24-7 Press Release: Assets with beneficiary forms seem appealing to people trying to set up estate plans. Such assets have the benefit of going directly to the heirs and avoiding the lengthy and sometimes costly probate process. However, people need to make sure that they coordinate their named beneficiary assets with the rest of their estate planning documents such as wills and trusts. Otherwise people may inadvertently sabotage their own plans for their possessions after they die because such forms override wills — wills do not override beneficiary designations. Those making estate plans need to know common errors to avoid when executing named beneficiary forms on assets.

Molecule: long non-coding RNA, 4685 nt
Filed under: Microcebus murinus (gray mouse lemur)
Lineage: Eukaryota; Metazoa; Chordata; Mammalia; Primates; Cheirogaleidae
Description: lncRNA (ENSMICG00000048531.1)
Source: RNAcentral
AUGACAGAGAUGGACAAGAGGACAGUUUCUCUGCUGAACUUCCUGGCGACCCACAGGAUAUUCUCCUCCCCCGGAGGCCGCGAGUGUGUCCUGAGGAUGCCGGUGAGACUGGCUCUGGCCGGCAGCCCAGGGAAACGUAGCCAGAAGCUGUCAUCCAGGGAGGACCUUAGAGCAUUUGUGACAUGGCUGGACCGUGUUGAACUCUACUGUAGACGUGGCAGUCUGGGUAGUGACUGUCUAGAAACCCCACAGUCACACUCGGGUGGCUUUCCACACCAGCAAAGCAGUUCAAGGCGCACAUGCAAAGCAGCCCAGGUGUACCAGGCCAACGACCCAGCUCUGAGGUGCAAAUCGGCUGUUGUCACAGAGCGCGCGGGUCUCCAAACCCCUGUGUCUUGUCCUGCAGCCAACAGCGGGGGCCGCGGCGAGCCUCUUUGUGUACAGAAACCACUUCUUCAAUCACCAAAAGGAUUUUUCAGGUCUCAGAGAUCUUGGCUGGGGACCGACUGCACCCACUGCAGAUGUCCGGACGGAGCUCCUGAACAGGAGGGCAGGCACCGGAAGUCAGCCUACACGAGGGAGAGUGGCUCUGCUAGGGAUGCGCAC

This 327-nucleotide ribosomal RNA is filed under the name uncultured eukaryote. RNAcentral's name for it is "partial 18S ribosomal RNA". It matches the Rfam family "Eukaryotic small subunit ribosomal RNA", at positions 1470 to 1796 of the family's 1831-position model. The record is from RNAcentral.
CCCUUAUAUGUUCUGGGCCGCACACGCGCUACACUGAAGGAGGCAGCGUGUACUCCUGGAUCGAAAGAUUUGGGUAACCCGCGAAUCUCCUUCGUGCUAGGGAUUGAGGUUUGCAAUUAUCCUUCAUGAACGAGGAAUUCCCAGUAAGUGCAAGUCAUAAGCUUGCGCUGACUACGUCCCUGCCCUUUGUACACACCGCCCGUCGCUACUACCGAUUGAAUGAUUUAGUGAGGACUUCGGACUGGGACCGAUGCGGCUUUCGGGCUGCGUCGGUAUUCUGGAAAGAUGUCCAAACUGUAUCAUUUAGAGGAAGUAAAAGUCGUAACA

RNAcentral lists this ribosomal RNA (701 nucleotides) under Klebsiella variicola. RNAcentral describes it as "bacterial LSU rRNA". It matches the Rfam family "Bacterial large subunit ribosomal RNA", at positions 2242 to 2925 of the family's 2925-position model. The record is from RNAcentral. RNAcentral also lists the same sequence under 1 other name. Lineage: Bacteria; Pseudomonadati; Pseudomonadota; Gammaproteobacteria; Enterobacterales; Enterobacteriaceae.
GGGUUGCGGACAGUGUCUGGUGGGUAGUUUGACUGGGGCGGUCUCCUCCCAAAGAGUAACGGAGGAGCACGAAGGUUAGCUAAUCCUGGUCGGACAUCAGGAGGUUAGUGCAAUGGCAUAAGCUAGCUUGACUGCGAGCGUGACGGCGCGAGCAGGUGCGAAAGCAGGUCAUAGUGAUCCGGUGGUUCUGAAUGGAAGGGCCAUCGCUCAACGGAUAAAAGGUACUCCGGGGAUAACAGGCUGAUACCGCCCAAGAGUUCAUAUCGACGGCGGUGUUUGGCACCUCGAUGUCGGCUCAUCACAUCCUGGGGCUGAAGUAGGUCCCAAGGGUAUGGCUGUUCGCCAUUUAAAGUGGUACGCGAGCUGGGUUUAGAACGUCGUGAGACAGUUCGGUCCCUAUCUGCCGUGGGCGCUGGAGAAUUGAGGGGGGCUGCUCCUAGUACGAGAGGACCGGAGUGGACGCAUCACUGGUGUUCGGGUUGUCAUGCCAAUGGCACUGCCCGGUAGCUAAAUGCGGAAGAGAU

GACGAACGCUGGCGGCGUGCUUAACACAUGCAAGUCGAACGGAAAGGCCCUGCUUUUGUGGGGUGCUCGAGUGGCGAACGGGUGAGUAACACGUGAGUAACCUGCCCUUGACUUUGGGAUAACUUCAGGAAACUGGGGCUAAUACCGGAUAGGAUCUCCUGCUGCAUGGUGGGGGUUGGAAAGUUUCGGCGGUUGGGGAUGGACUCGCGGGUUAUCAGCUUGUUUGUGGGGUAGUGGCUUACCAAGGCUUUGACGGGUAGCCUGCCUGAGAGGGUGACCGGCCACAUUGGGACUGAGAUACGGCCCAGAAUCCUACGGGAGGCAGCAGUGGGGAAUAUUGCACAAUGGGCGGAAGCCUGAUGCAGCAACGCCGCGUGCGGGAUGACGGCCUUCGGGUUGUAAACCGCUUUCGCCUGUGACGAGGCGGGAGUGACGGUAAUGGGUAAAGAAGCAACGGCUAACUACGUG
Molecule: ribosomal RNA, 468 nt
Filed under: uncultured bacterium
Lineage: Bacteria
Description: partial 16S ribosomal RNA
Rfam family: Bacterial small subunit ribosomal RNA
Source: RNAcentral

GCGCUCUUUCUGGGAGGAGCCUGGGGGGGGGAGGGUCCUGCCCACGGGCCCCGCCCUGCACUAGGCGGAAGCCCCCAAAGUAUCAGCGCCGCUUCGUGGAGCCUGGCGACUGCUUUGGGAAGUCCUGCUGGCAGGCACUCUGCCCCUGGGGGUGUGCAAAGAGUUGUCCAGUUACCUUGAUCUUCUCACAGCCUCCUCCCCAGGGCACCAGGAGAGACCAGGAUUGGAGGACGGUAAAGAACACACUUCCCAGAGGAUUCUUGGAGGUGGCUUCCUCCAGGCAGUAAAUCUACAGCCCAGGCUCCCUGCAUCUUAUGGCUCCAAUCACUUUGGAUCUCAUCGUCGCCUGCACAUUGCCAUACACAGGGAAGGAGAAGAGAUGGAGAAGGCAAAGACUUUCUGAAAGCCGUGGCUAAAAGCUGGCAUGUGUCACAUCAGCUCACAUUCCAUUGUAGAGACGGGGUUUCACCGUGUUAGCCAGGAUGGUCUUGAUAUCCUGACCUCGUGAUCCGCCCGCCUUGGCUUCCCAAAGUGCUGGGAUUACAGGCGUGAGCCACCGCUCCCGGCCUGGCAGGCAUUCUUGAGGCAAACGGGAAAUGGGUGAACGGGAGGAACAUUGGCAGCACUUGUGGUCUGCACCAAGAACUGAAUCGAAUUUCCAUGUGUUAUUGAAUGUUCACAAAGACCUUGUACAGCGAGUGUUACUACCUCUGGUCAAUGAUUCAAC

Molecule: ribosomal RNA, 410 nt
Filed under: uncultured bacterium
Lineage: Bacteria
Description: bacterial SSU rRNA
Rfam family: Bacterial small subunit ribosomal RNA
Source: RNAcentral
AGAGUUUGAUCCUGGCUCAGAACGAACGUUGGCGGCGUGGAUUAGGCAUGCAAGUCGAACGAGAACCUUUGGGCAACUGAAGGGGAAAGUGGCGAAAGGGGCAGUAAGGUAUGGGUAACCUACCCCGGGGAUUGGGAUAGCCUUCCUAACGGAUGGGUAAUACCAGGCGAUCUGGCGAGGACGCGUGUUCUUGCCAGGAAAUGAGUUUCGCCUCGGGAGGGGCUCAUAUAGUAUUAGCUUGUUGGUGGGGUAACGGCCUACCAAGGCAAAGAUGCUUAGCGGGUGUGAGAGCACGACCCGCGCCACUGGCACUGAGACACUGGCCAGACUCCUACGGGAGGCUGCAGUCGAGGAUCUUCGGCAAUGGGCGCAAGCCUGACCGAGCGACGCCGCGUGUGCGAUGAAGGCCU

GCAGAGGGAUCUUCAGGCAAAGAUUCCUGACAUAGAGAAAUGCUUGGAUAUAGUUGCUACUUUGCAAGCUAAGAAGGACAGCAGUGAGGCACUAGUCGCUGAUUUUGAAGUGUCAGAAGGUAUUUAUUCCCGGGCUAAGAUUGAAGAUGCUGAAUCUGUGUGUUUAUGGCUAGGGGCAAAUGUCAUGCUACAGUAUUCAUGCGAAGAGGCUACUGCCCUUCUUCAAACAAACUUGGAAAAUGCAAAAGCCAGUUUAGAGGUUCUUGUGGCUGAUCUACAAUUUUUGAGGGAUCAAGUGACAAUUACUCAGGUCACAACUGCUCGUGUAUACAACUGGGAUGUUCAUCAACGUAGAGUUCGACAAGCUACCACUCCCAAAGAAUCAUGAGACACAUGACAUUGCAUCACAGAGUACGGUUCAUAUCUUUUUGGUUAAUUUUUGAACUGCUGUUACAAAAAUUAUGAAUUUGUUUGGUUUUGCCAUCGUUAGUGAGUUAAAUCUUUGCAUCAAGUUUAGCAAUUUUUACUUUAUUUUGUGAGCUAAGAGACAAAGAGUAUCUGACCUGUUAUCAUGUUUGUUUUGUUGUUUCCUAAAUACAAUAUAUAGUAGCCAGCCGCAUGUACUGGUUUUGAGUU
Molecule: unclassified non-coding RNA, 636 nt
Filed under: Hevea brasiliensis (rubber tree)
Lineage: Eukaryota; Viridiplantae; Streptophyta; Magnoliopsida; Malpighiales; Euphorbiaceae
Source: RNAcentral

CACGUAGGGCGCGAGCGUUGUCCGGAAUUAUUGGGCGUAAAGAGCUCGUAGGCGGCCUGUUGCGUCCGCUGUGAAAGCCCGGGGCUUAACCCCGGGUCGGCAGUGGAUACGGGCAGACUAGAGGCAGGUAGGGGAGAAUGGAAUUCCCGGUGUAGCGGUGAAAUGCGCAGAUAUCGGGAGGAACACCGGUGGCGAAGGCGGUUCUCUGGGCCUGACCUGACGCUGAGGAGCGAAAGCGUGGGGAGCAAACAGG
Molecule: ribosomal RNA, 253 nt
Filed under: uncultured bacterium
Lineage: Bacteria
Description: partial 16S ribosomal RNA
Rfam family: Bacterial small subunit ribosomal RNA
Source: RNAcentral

Types of Named Beneficiary Assets
There are a variety of assets that can have named beneficiary forms. Some of the most common examples include life insurance policies, retirement accounts, payable or transferable on death bank accounts, U.S. savings bonds and securities such as stocks, bonds and mutual funds.
People may designate a variety of different types of beneficiaries. Some may opt to name an individual outright, while others may choose to name a group of people such as “all of my grandchildren who survive me.” A person may also name a trust or his or her estate as the beneficiary of such an asset. Finally, a person may choose to make a charity or other organization a beneficiary.